|Publication number||US4778356 A|
|Application number||US 06/901,928|
|Publication date||Oct 18, 1988|
|Filing date||Aug 29, 1986|
|Priority date||Jun 11, 1985|
|Publication number||06901928, 901928, US 4778356 A, US 4778356A, US-A-4778356, US4778356 A, US4778356A|
|Inventors||Cecil T. Hicks|
|Original Assignee||Hicks Cecil T|
|Export Citation||BiBTeX, EndNote, RefMan|
|Patent Citations (9), Referenced by (130), Classifications (9), Legal Events (3)|
|External Links: USPTO, USPTO Assignment, Espacenet|
This is a continuation of application Ser. No. 06/743,649, filed 06/11/85, now abandoned.
This invention relates generally to pumps and particularly to a diaphragm pump.
Diaphragm-type pumps are employed in a wide variety of pumping applications. They are particularly well suited for pumping fairly viscous materials and materials which, while generally fluid, have a high solid content. It is a common practice to operate the diaphragms of pumps employed in this service by application of air pressure to the back side of the diaphragm elements employed. Further, it is a common practice to employ two diaphragm pumping elements in a single pump to effect double action pumping and wherein the two pumping elements are moved in unison by a connecting rod by first applying air pressure to one and then to the other. Such systems require the availability of a high pressure, high volume air supply which may not be readily available and, of course, such a source is both bulky and expensive. Furthermore, there is the requirement that tight seals be made where a diaphragm-to-diaphragm rod enters pump housings.
It is the object of this invention to provide an improved double diaphragm pump wherein the air source and sealing problems are eliminated.
In accordance with this invention, a pair of oppositely positioned diaphragm pumping elements are driven by a common piston in a hydraulic cylinder, there being separate and oppositely extending piston rods coupled to the diaphragms of the diaphragm pumping elements. No pressure seal is needed for these rods. A common inlet and common outlet serve the two pumping elements. The hydraulic cylinder is driven by a source of pressurized hydraulic fluid through a four-way valve which is piloted or controlled by selected maximum excursions of the diaphragms. Only a relatively small hydraulic pump and reservoir are required.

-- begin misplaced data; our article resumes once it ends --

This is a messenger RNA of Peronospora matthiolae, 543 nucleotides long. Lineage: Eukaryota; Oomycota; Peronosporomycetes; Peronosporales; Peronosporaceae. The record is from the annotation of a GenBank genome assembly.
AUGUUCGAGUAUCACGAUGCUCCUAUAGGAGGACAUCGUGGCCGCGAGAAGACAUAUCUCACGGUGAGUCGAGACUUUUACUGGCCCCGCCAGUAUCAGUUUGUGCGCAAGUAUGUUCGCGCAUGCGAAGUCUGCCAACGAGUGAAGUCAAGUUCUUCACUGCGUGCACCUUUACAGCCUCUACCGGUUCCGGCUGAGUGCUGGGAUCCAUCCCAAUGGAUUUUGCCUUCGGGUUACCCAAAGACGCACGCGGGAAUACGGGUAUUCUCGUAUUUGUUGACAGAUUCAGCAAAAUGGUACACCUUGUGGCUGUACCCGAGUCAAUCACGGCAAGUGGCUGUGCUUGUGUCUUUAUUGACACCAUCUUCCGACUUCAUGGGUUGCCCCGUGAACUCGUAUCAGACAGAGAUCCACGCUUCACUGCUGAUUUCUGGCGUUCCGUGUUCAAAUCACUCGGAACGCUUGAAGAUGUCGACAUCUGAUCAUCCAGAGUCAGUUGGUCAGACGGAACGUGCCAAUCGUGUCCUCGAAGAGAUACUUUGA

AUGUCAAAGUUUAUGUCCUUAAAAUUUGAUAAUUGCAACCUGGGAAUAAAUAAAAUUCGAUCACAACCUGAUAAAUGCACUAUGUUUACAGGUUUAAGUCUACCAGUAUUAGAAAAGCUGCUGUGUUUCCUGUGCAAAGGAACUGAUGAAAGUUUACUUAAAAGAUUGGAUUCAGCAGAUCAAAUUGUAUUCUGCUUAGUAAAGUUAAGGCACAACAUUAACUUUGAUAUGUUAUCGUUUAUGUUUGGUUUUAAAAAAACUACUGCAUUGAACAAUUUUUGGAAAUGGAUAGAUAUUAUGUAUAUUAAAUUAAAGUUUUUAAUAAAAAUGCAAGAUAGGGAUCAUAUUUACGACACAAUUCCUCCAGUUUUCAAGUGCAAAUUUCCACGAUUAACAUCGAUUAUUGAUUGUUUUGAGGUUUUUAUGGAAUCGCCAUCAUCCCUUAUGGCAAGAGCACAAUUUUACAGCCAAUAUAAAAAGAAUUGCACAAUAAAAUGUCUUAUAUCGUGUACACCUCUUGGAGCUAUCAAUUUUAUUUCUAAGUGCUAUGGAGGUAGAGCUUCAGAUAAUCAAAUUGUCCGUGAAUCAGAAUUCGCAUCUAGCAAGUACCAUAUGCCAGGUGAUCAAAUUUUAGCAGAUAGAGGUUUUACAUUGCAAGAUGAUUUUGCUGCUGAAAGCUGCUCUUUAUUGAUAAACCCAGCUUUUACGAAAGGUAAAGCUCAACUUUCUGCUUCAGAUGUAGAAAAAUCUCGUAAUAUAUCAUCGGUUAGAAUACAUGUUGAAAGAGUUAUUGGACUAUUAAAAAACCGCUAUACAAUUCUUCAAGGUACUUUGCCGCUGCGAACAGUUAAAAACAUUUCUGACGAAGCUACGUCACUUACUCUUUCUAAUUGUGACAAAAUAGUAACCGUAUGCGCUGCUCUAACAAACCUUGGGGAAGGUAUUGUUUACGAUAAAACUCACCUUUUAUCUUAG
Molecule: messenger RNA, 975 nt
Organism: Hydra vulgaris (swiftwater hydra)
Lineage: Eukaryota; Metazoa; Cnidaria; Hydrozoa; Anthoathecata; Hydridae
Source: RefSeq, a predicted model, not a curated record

FIG. 1 is a perspective view of a diaphragm pump as contemplated by this invention.
FIG. 2 is a sectional view taken along line 2--2 of FIG. 1.
FIG. 3 is a sectional view taken along line 3--3 of FIG. 1.
FIG. 4 is a diagrammatic illustration of an alternate system of valve control of applicant's invention.
FIG. 5 is a diagrammatic illustration of a second alternate control valve.
FIG. 6 is a diagrammatic illustration of a third alternate valve control.
FIG. 7 is a diagrammatic illustration of a fourth alternate valve control.
Referring initially to FIGS. 1 and 2, a double diaphragm pump 10 is shown having a double acting hydraulic cylinder assembly 12 which has a piston 14 with shafts 16 extending through end blocks 18. Cylinder assembly 12 is mounted between and connected as shown to operate identical diaphragm pumping assemblies 20 and 22. Assemblies 20 and 22 in turn are connected to a valving manifold 24, which serves to control and route the flow of pumped fluids from a suction port 26 (FIG. 3) to a discharge port 28. Control of cylinder assembly 12 is accomplished by either electrical, mechanical or hydraulic means which are utilized to switch or otherwise operate a conventional four-way valve, as will be further explained.
Pump assemblies 20 and 22 (FIG. 2) are alike but are arranged to operate in an opposing configuration. Each has a flexible diaphragm 30 which is sealably clamped around its circumference by pump housing halves 32 and 34. Halves 32 and 34 in turn are clamped together by U-shaped wedges 36 which are tightly held in place by a conventional band clamp 38. Diaphragm 30 divides the interior of each of assemblies 20 and 22 into two chambers, pumping chambers 40 and equilization chambers 42. Equilization chambers 42 are connected via tube 44 and communicate with each other through openings 46, which allows air to equalize between chamber 42 during operation. Diaphragms 30 are mounted and supported in their center between two diaphragm plates 48 and 50 which are conventionally mounted as shown to the threaded ends 52 of shafts 16 of piston 14. Plates 48 and 50 serve to distribute the pumping stresses on diaphragm 30.